The ruin is a charged concept, evoking both wreckage and the possibility of renewal. In architectural and landscape painting, drawing and printmaking, the ruin has a long history as an emblem of civilization’s decay, the sublime possibilities of destruction, and a warning against hubris. More recently, ruination has returned to envision the future collapse of contemporary civilization, brought on by ecological, cultural or political disaster. Time-based technologies, such as photography, video and film, have emerged as central in the representation of ruination today. Proposals are invited on any aspect of the landscapes of ruin, in any medium and historical period.

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The Signature of the Artist
Chairs: Franziska Gottwald and David de Witt, franziskagottwald@googlemail.com

Signatures of artists have been known since Antiquity, and are often found as name, monogram, or symbol. In the Renaissance, many signatures were written in Latin and sometimes expanded into an assertion of the artist’s intellectual and manual work. But such inscriptions are not the only kind of authorial signature to be identified in art. The artist’s typified style of painting or etching can also serve as a signature. This panel seeks papers that discuss the different meanings of “signature” from a range of periods and contexts, and addresses questions such as: artistic commentary, self-representation, and the aesthetics of the signature of the artist.

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Prints and Cross-Cultural Encounters, 1600-1850
Chair: Stéphane Roy, stephane_roy@carleton.ca

In recent years, “globalization” has coloured the historian’s practice, leading scholars to widen their scope in order to get a more comprehensive look at modern and early modern societies. Evidence of cross-cultural connections seems indeed to abound, from the propagation of Caravaggio’s style through the paintings of foreign artists to the use of printed text to disseminate ideas during the Enlightenment. But perhaps no other medium can better testify to the vigour of cultural exchanges than printmaking itself. As works of portable dimension, prints had the natural ability of connecting cultures, shaping and fashioning ideas; they could also be reinterpreted and given new meanings in different cultural environments. Preliminary evidence indicates that interactions between European (and, later, North-American) printmakers resulted in cultural transfers that have not been without consequences on the shaping of national identities. Just as with literature and political theory (areas enriched and transformed by “international” dialogue), the effects of cosmopolitism were equally felt in the world of visual arts. Measuring those effects, however, has yet to be done. How did these elements of intercultural connections translate into visual terms? Are there indications pointing to the existence of a common iconographical lexicon based on shared values or ideals? Does the practice of printmaking itself challenge the long-standing tradition of “national schools”?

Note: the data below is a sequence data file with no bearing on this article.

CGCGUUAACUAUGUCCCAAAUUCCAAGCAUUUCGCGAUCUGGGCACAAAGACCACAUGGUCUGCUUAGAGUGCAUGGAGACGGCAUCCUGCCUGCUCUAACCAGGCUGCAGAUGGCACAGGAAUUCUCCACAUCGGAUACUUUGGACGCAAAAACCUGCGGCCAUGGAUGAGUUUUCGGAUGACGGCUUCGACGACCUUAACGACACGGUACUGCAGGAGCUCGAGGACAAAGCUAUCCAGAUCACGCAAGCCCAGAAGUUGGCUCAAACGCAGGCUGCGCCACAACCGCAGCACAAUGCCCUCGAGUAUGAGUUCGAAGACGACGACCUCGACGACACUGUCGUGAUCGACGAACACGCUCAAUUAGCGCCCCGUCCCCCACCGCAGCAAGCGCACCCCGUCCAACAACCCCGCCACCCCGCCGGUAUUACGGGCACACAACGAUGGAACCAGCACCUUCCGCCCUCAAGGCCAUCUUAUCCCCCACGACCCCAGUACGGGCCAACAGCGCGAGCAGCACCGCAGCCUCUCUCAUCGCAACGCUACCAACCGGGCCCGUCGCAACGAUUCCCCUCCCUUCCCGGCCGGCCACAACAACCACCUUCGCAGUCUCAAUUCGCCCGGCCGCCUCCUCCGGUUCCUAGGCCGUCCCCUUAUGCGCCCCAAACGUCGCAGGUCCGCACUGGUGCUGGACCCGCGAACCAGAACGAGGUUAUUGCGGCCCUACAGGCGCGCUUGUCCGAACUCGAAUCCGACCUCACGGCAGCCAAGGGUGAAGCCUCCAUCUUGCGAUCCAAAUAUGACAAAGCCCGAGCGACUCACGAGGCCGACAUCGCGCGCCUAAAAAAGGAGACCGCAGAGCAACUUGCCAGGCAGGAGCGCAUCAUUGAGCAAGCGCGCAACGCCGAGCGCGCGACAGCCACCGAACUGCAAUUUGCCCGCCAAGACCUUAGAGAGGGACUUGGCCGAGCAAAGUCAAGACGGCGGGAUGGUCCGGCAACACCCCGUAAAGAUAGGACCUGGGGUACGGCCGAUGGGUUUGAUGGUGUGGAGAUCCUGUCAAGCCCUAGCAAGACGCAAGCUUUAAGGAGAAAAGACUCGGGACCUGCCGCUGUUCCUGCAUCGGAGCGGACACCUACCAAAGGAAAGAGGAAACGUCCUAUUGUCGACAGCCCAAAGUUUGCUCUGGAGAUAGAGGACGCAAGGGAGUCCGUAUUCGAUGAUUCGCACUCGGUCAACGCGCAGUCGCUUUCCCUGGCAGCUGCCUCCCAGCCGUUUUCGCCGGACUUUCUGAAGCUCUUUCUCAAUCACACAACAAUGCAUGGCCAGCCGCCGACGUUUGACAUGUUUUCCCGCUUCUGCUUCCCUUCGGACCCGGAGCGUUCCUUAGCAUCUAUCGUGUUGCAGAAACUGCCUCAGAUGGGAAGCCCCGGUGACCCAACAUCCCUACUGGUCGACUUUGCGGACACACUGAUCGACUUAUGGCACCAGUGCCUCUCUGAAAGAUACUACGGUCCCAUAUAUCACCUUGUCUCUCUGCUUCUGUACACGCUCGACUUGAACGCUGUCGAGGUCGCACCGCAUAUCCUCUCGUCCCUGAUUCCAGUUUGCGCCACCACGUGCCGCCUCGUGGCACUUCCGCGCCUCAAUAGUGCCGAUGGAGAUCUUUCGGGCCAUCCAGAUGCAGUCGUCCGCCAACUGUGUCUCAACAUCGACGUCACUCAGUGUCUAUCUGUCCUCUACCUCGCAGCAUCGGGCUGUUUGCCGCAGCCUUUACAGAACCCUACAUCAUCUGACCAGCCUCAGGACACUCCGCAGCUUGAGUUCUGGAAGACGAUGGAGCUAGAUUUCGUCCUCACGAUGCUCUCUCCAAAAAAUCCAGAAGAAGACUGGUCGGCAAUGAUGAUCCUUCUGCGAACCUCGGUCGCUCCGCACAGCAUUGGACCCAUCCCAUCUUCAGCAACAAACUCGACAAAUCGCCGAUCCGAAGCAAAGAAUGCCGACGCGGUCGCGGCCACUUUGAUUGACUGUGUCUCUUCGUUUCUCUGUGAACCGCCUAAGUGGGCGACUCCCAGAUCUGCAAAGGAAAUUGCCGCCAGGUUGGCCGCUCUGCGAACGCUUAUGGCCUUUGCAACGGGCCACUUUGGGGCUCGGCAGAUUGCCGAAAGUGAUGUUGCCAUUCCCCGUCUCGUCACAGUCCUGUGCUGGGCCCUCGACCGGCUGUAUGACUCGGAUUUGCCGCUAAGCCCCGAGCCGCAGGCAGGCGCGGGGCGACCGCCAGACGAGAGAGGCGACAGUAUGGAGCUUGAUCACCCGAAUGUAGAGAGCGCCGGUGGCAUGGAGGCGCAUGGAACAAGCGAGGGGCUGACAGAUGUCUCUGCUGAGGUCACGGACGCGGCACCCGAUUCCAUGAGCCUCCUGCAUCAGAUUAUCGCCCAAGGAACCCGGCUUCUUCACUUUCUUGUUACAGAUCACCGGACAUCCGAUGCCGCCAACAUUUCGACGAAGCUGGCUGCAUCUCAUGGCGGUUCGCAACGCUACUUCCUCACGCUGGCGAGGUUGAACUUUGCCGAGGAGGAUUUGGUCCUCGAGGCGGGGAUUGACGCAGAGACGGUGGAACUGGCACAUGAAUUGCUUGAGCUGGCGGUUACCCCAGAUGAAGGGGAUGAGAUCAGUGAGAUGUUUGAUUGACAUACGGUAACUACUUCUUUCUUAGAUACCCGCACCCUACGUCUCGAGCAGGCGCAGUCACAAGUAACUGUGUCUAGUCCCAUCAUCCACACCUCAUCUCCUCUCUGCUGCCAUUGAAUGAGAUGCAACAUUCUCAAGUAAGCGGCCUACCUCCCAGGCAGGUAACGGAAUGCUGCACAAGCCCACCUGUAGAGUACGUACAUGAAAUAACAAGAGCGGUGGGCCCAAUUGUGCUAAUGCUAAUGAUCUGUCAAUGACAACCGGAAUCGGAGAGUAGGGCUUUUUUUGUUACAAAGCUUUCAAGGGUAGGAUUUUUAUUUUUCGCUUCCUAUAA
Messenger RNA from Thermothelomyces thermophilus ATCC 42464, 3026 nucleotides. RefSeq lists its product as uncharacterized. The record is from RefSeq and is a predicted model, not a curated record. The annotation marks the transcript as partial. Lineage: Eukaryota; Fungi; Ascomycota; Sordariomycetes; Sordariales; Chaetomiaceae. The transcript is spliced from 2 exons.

By using the print medium as a prime vehicle for cross-cultural encounters, this panel welcomes proposals in both English and French dealing with the following issues: circulation of prints in different national contexts; visual recycling of specific visual motifs; existence of recurring themes and common visual codes; advertisement of foreign prints in newspapers; role of print sellers as cross-cultural intermediaries; artists travel and correspondence; development of national styles using “foreign” engraving techniques; dissemination of painters’ work in different national contexts; international art trade; and representation of otherness in prints.